Antarctic Penguin Turns Up In New Zealand; Vets Say Condition 'Touch And Go'
New Zealand seems to be the destination of choice for wayward Antarctic penguins.
The BBC reports that a Royal penguin was found Sunday washed ashore on a beach in New Zealand, where another penguin, a three-year-old emperor dubbed "Happy Feet," turned up in June 2011. Months later, Happy Feet was released, ostensibly destined for a return to his homeland. Sadly though, he is believed to have been eaten, possibly by a shark, sometime after his release into the Southern Ocean.
Veterinarians say the latest arrival, "Happy Feet, Jr.," is being cared for at a Wellington Zoo. Scientists there believe the "young male" may have departed about a year ago from a breeding colony on Macquarie Island, more than 1,200 miles away, and drifting been around since then.
The BBC quotes Lisa Argilla, a vet at the zoo, as saying the flightless aquatic bird had possibly struggled to find enough food and come ashore to go through his seasonal molting.
"It's very weak, doesn't want to stand. It's making very small progress every day but it's still in critical condition," Ms. Argilla told the TVNZ channel.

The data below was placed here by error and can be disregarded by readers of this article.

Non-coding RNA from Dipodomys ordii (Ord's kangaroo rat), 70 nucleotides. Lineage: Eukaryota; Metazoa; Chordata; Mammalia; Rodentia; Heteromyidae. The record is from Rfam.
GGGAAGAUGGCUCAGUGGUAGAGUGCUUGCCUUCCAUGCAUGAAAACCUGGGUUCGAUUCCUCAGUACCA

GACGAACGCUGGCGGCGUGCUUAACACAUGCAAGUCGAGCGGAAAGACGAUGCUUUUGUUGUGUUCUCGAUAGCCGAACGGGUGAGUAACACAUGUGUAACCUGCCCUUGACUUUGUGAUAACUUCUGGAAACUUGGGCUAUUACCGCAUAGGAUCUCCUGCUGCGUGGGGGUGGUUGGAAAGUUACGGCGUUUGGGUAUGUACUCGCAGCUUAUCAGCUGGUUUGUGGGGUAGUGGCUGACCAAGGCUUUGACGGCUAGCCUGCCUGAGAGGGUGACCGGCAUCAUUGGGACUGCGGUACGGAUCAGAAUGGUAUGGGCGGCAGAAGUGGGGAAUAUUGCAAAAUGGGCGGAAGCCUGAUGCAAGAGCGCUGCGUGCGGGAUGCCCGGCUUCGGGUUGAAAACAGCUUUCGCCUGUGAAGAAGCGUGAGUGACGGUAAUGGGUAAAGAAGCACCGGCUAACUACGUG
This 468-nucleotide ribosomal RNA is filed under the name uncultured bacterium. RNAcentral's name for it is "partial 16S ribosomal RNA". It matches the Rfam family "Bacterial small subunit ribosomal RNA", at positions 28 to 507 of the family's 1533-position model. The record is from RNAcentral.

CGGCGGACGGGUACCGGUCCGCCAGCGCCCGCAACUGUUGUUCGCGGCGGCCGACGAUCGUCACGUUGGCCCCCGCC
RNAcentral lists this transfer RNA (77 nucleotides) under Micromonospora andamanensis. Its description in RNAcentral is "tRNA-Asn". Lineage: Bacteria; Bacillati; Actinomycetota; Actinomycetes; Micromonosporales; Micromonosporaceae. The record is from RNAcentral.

Argilla told the French news agency AFP that Happy Feet, Jr. was having some kidney trouble and she said "hopefully we can reverse that, feed him up and bring him back to good health," but she added that it's "touch and go for at the moment."
The penguin was found on Sunday by Jenny Boyne, who was walking along Tora beach on New Zealand's Wairarapa coast, says The New Zealand Herald.
"She saved this bird's life. I don't think he would've survived another night without veterinary attention," Argilla said.
Copyright 2020 NPR. To see more, visit https://www.npr.org.